Other issues, such as unemployment, the deficit, revenue collection, or even economic growth, are of relatively minor import to the Left. In 2008, for example, when a moderator asked Senator Obama about his support for raising the capital gains tax, pointing out that “history shows that when you drop the capital gains tax, the revenues go up,” Obama shrugged: “Well, that might happen, or it might not.” It was more important, said Obama, to raise the capital gains tax “for purposes of fairness.”
Robert Reich, one of the Left’s favorite economists, has made such a reputation attacking income inequality that he is now earning $242,000 to teach a single class at the University of California, Berkley – a taxpayer funded school that could cost close to $30,000 a year for in-state students and over $50,000 a year for students who are out-of-state.
Many others are making a lot of money, or advancing politically, by complaining about income inequality as well. Bookshelves are filled with books decrying it, including the now-maligned best-seller “Capital in the Twenty-First Century” by economist Thomas Piketty, which makes the hysterical claim that the growing gap between the rich and the poor is a threat to democracy. This is a notion with which Hillary Clinton, our presumptive 45th president, says she agrees. (Of course, Hillary, if she is to be our next president, has to agree with such claims, or she will not win her party’s nomination over her two most likely challengers, Bernie Sanders and Elizabeth Warren.)
According to this week’s Census Bureau report, income inequality has increased 4.9% since 1993. This is the result of the rich getting richer. According to the CBO, after-tax income between 1979 and 2007 for the 275% for the top 1% of households. And as if to rub it in, the number of global billionaires have increased 7% this year, up 155 to a record 2,325.
I was not one of these new billionaires, unfortunately.
The same CBO report also shows that the income for the bottom 20% (holla!) also grew, by 18%. In fact, income for all quintiles grew during this period. Furthermore, it is interesting to note that while the top 1% really began pulling away from the rest of us beginning in the mid to late 70s, the US poverty rate has remained flat during this period, pegged at about 14-15%, as it has for nearly 50 years now.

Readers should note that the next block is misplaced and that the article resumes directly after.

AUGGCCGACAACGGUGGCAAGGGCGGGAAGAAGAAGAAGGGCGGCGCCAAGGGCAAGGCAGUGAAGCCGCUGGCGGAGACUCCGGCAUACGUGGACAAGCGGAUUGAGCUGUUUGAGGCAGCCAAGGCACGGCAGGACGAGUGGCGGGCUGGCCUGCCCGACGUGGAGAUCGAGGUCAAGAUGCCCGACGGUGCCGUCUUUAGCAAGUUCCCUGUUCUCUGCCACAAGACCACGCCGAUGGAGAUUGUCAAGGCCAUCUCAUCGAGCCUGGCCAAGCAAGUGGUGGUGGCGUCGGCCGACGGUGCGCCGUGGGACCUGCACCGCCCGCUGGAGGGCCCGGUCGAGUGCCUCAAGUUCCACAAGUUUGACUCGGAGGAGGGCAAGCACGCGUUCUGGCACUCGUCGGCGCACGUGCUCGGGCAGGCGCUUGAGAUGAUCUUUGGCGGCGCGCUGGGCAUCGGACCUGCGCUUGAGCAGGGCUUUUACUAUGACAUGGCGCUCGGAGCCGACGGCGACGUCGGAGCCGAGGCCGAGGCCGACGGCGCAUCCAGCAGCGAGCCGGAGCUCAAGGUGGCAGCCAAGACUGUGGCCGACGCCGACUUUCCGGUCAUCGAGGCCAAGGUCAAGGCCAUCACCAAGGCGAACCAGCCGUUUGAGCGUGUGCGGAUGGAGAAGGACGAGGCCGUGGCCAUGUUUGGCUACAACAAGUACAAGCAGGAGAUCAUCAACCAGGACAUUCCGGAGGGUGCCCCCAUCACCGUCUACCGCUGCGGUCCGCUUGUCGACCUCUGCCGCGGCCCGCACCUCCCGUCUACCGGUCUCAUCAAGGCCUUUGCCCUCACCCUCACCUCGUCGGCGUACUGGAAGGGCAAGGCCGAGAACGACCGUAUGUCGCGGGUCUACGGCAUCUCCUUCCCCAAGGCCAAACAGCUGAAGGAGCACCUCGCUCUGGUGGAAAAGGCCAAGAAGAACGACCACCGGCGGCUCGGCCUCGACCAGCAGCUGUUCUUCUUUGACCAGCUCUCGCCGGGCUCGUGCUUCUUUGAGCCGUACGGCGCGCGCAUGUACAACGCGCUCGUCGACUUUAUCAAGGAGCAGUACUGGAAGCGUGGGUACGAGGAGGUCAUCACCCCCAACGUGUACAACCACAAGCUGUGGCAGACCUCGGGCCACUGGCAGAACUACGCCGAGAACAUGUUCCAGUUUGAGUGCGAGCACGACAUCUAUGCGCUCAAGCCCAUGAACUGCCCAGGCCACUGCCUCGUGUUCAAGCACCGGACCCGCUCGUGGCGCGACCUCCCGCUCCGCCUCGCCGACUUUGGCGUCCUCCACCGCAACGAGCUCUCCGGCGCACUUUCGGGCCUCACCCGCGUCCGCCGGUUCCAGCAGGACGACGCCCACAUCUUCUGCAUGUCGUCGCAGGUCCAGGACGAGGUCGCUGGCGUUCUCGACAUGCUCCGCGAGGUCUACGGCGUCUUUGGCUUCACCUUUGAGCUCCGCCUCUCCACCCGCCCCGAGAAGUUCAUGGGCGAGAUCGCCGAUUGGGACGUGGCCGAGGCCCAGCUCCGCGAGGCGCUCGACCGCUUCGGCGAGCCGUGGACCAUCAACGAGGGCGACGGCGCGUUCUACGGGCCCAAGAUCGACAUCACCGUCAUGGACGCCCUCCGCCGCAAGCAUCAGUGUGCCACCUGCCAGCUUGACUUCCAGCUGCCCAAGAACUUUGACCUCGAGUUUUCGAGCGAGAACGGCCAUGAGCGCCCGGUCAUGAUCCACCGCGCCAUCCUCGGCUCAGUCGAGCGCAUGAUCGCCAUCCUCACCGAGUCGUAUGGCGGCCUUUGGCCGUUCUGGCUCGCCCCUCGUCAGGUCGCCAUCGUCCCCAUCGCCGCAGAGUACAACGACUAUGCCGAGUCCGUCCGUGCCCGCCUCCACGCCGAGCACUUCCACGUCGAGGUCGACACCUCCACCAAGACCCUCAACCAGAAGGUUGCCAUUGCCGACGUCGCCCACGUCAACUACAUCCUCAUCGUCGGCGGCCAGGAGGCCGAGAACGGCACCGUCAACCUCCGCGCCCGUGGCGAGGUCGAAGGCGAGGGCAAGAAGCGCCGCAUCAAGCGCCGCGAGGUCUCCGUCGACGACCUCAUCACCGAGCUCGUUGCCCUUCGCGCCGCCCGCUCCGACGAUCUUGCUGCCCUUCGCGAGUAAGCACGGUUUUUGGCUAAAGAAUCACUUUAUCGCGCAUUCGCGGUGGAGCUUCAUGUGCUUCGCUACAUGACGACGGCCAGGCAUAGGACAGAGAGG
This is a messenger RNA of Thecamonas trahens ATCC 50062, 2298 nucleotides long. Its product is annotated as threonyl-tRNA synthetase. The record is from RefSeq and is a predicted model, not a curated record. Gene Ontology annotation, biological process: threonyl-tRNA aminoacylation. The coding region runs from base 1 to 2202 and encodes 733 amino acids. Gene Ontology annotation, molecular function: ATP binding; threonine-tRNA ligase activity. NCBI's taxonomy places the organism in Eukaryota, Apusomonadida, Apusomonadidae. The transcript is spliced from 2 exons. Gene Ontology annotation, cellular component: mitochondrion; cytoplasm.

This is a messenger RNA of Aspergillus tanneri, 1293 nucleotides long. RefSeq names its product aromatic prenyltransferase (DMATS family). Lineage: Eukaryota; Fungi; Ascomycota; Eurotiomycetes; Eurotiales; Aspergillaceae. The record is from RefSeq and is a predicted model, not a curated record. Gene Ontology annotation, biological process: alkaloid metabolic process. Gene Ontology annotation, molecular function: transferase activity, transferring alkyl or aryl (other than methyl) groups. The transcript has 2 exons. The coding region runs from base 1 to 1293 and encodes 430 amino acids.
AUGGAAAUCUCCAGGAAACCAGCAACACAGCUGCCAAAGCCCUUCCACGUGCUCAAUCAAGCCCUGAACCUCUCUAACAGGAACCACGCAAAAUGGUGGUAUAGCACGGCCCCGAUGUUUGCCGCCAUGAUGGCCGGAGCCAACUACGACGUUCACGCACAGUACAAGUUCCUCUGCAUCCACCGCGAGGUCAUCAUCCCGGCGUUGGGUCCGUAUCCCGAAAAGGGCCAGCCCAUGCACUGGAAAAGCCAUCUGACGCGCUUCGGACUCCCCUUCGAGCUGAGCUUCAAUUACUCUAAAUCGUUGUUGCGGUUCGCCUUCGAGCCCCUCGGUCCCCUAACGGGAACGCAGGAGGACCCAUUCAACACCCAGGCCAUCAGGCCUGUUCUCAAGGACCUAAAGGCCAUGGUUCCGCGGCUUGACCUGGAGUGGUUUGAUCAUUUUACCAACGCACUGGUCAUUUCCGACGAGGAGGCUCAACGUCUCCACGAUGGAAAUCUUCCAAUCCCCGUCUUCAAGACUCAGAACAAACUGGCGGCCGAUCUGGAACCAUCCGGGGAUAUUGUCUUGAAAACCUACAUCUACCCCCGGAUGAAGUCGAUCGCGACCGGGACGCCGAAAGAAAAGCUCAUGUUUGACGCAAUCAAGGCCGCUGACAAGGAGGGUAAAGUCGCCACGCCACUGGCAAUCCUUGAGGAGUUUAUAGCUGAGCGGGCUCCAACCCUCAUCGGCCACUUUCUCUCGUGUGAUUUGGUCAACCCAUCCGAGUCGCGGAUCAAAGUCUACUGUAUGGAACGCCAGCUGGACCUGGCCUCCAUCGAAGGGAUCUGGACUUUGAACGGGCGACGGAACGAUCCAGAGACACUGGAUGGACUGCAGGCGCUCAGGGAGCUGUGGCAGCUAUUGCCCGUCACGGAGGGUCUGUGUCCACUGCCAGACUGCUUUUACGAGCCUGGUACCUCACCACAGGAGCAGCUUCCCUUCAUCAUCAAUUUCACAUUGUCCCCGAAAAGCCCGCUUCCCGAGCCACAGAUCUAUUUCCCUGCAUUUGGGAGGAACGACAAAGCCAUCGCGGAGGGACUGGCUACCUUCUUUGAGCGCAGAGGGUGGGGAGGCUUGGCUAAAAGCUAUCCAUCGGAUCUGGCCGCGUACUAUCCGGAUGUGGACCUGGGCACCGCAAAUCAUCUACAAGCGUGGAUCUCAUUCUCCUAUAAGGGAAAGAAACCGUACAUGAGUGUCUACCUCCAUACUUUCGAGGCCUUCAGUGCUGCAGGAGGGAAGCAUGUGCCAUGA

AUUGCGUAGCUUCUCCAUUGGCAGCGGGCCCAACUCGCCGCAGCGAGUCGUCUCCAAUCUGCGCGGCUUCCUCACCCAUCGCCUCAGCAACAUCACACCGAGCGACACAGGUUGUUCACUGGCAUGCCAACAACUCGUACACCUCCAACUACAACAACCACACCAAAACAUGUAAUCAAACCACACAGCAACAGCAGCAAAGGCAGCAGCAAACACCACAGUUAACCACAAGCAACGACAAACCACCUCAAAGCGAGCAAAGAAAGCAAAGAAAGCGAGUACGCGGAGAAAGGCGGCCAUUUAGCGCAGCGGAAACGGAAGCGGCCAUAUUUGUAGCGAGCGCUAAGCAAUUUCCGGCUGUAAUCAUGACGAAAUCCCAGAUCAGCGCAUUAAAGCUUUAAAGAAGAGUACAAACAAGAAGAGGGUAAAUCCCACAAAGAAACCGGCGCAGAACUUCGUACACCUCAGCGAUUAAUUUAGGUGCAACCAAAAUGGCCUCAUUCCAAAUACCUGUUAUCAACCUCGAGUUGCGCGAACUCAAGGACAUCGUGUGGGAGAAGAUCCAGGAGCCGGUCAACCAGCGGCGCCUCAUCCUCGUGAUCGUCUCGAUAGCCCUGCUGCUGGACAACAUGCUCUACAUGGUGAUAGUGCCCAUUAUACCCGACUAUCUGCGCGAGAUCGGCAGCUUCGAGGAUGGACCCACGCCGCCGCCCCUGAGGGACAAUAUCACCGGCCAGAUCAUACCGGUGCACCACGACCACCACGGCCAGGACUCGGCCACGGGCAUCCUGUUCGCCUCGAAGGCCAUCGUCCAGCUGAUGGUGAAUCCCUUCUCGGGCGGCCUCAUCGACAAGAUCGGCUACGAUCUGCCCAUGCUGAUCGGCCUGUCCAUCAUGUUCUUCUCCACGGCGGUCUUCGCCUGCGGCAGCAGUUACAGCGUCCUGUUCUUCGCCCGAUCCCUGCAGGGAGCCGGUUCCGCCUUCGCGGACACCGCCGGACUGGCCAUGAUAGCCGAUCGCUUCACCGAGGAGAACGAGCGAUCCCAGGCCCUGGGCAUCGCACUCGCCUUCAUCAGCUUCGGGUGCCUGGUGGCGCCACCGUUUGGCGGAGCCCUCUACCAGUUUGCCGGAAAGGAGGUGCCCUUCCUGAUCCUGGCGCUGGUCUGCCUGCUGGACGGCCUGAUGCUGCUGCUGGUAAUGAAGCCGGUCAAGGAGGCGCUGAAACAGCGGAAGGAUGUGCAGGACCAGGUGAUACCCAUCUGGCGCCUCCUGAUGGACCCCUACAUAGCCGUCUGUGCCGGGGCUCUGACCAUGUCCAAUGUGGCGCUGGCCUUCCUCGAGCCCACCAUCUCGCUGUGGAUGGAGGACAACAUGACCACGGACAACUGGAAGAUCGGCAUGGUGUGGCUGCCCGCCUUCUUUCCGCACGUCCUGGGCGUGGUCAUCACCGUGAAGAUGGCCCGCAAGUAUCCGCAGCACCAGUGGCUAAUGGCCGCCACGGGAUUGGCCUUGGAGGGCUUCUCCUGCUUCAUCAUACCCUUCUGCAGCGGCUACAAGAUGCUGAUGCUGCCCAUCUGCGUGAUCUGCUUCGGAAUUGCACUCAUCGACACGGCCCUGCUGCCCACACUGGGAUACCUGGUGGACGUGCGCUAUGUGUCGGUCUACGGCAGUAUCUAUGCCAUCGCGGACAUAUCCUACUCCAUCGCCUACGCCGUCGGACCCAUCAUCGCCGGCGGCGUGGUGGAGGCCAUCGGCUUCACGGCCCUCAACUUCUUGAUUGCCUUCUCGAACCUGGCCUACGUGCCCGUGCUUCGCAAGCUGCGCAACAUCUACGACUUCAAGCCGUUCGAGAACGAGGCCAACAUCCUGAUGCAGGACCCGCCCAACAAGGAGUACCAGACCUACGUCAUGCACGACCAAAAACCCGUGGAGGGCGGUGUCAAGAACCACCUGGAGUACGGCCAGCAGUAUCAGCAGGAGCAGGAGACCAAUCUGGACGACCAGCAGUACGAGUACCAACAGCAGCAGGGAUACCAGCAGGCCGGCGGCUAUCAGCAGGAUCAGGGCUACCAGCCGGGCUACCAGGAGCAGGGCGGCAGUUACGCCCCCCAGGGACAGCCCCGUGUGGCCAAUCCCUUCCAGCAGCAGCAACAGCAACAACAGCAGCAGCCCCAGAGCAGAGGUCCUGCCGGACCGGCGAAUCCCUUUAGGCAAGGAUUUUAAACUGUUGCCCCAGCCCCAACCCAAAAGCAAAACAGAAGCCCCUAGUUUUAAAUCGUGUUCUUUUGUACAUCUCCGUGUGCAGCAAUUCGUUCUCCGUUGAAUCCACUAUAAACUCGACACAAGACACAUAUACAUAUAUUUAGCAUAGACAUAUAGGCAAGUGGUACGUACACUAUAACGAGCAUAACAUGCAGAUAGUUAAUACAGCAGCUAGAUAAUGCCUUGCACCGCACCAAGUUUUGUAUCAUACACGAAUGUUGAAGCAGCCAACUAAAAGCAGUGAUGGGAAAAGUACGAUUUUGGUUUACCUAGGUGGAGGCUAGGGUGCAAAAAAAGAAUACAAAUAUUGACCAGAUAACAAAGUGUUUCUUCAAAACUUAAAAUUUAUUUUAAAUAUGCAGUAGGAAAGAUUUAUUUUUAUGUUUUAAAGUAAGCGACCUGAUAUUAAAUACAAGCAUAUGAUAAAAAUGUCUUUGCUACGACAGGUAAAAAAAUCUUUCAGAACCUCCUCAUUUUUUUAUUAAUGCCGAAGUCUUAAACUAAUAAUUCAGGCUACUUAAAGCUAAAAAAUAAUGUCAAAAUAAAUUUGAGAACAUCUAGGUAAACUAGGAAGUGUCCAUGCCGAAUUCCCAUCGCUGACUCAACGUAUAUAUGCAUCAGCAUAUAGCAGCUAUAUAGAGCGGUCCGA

Globally, in fact, according to the World Bank, “The number of people living on less than $1.25 per day has decreased dramatically in the past three decades, from half the citizens in the developing world in 1981 to 21 percent in 2010, despite a 59 percent increase in the developing world population.” Much of this progress has been made in Africa and Latin America, the two regions with the highest income inequality in the world. The World Bank reports that “the extreme poverty rate fell 10 percentage points in [Sub-Saharan Africa] between 1999 and 2010 and is now at 48 percent—an impressive 17 percent decline in one decade. In [Latin America and the Caribbean], after remaining stable at approximately 12 percent for the last two decades of the 20th century, extreme poverty was cut in half between 1999 and 2010 and is now at 6 percent.”
This is not to argue that poverty here or internationally is acceptable, but rather to suggest that a proper focus on poverty reduction would center on job creation primarily by way of economic growth. Although as I referenced earlier President Obama sees inequality, “fairness,” as more worthy of his attention than growth, it is primarily with growth that we would create the jobs to lift the poor out of poverty. In the US (according to this White House, ironically) the rough rule of thumb is that 1% of GDP growth equals 1 million jobs created.
The focus should not be on income inequality and its specious link to poverty. What link is there, after all, of the deleterious effect of income inequality on the poor if inequality hasn’t increased US poverty levels, and in the global regions where income inequality is at its greatest, poverty is actually being reduced?